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Hong Kong’s property market faces headwinds even after curbs are scrapped

Tan KW
Publish date: Thu, 29 Feb 2024, 03:01 PM
Tan KW
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Hong Kong’s real estate sector faces an uphill battle even after the government made its most forceful attempt in years to revive the market.

Buyers remain cautious amid high interest rates, ample inventory and a weak economy, analysts said after authorities eased homebuyer levies and mortgage lending restrictions.  

The actions, part of sweeping budget measures to revive the financial hub, came after home prices tumbled to a seven-year low and politicians and industry representatives urged for the removal of the stamp duties, which were introduced more than a decade ago to curb demand.

While developer shares jumped after Wednesday’s announcements on expectations that the moves will help to boost home sales, analysts expect prices to stay depressed as long as borrowing costs remain elevated.  

“The measures are better than the market expected,” said Sam Wong, an equity analyst at Jefferies LLC. But the impact won’t be significant because “interest rates are still high, creating a negative spread for buyers”, Wong said. He expects home prices to stay flat or drop by low single digits in 2024.

Hong Kong’s mortgage rates remain higher than rental yield, making residential property investment a money-losing proposition. Overall yield for homes stood between 2% and 2.5% in 2023, compared with an average mortgage rate of 3.9% in October, data from the government and mReferral Mortgage Brokerage Services show.

Nonetheless, transaction volume will likely increase after the change, as developers launch more new projects, said Joseph Tsang, chairman of Jones Lang LaSalle Inc in Hong Kong. He expects home sales will rise as much as 15% in 2024 while prices continue to fall, albeit at a slower pace.

“It will require interest-rate cuts and an economic improvement for prices to bottom out and rebound,” Tsang said.

Until now, non-residents had to pay a combined 15% tax when purchasing properties, while resident buyers who already own a home were subject to a 7.5% levy. Owners who sold their properties within two years of purchase had to pay extra duties. The rate for regular home purchases, which is capped at 4.25%, remains in place.

In addition, the Hong Kong Monetary Authority (HKMA) eased mortgage rules to allow some homebuyers to purchase properties with lower down payments. For example, the maximum loan-to-value (LTV) ratio for properties worth as much as HK$30 million was changed to 70%. Previously, only homes valued up to HK$15 million were eligible for a 70% LTV ratio.

The HKMA also suspended a stress test for home mortgages that required borrowers to reach a certain level of income to cover a potential rise in interest rates.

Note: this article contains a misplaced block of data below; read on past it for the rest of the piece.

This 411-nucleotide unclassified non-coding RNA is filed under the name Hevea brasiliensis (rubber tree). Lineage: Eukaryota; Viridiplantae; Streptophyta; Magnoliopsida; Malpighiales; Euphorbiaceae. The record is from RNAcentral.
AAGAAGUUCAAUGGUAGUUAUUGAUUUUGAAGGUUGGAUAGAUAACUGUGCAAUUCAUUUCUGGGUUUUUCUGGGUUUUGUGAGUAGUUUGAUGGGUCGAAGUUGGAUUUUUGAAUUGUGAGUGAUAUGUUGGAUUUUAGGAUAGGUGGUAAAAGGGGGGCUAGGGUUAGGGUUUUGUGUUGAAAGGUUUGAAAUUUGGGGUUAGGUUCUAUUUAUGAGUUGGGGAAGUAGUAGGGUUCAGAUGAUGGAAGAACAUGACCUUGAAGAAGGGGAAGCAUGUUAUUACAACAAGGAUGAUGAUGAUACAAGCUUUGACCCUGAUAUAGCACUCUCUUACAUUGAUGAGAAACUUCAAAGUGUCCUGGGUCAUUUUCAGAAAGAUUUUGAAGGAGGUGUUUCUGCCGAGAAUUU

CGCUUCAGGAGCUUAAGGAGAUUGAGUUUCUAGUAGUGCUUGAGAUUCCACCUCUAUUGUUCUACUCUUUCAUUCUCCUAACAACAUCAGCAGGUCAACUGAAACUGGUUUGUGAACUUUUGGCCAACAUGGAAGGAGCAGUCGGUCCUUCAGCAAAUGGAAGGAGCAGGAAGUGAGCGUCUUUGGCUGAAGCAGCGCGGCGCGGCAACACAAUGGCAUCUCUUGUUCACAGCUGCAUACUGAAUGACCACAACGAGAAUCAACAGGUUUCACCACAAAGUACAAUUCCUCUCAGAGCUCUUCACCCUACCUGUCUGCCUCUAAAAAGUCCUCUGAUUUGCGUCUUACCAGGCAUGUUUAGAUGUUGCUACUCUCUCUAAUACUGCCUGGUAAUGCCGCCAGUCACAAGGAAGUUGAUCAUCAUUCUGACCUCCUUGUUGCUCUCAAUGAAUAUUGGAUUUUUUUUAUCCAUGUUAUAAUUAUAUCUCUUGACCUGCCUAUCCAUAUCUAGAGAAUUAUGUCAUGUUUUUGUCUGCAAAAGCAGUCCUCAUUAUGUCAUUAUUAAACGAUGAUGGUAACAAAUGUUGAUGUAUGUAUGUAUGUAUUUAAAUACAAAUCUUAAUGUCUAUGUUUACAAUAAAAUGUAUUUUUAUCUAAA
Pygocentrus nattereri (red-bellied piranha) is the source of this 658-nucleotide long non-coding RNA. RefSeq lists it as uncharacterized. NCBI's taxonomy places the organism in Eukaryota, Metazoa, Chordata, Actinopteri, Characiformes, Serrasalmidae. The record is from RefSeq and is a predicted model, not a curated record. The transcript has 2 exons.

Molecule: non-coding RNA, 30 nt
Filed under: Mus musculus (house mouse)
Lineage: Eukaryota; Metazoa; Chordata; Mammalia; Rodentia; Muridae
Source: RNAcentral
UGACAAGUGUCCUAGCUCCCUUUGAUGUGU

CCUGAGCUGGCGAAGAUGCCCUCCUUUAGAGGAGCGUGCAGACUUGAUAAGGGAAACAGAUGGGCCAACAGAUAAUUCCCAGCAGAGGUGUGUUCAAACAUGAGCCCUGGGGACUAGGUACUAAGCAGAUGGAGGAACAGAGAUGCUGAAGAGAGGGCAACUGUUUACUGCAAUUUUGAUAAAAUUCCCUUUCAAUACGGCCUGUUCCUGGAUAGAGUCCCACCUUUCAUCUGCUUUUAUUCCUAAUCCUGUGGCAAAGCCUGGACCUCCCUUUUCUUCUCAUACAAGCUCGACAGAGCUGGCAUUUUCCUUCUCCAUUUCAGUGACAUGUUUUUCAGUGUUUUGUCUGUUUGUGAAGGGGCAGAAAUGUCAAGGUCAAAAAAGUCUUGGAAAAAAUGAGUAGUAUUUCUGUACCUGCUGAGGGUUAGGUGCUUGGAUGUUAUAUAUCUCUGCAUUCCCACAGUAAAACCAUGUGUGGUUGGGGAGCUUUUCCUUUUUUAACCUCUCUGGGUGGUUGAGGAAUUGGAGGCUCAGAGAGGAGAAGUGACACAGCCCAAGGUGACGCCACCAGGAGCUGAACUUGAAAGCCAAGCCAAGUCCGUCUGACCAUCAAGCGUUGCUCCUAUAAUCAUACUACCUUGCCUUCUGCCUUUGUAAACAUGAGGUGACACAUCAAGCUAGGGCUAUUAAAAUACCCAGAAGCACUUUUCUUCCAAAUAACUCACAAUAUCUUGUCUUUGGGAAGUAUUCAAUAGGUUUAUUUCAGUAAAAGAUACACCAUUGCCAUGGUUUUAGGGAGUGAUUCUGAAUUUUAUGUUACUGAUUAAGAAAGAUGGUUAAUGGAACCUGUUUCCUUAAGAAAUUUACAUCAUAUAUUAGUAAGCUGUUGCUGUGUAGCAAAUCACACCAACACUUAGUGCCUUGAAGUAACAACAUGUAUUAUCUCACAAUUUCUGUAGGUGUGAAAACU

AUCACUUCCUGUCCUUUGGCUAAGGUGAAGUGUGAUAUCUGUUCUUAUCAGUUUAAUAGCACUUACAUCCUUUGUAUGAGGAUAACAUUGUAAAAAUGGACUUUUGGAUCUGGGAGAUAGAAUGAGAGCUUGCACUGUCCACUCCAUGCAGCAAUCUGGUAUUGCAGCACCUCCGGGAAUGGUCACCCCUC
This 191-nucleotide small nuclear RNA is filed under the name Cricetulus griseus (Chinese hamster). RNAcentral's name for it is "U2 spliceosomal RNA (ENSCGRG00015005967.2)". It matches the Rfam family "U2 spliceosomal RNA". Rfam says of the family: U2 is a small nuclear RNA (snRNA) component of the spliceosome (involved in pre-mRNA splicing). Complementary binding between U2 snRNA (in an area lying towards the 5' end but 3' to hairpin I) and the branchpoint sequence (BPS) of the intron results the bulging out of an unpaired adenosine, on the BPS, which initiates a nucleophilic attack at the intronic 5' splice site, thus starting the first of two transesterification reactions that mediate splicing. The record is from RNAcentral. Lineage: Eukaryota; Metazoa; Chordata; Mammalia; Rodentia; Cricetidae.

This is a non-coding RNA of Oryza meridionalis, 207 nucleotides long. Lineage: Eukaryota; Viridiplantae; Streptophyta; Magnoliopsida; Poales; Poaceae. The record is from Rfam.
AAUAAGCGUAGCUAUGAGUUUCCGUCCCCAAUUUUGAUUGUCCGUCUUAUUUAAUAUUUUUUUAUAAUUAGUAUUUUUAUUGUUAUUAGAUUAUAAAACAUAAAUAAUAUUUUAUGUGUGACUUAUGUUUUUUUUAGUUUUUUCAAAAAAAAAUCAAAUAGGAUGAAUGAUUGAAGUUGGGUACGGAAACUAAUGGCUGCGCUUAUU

Real estate has been a pillar of Hong Kong’s growth, underpinning government revenue, economic expansion and wealth creation for homeowners and property tycoons. Following the former British colony’s handover to China, property prices skyrocketed on the back of the city’s thriving capital markets that lured global financiers and ultra-wealthy mainland buyers alike.

The stamp duties were introduced to cool homebuyer demand fuelled by plunging interest rates in the wake of the global financial crisis. But they did little to curb prices, which more than doubled from 2008 to 2013.

“Just as past tightening measures failed to cap housing-price gains on the way up, the loosening may fail to quickly stem losses on the way down,” said Eric Zhu, an economist at Bloomberg Economics.

The housing boom made Hong Kong one of the world’s least affordable residential markets. Steep prices spurred frustration among the city’s younger population, adding to social tensions that culminated in the protests in 2019. The scrapping of all anti-speculation taxes in the budget has led some to say that the government cares more about the market’s capital gains than residents’ access to the property ladder.

“It’s not a timely move to remove the measures when Hong Kong’s housing unaffordability is still near its historical high,” said Brian Wong, a researcher at think tank Liber Research Community. “This shows that the government welcomes speculative investments” over citizens’ access to affordable housing, he said.

But even sacrificing affordability is unlikely to bring back the booming market anytime soon. Home prices are likely to remain under pressure this year, said Bloomberg Intelligence analysts Patrick Wong and John Wong.  

“Major developers might struggle to raise prices, with unsold new homes at a 20-year high,” they said.

 


  - Bloomberg

 

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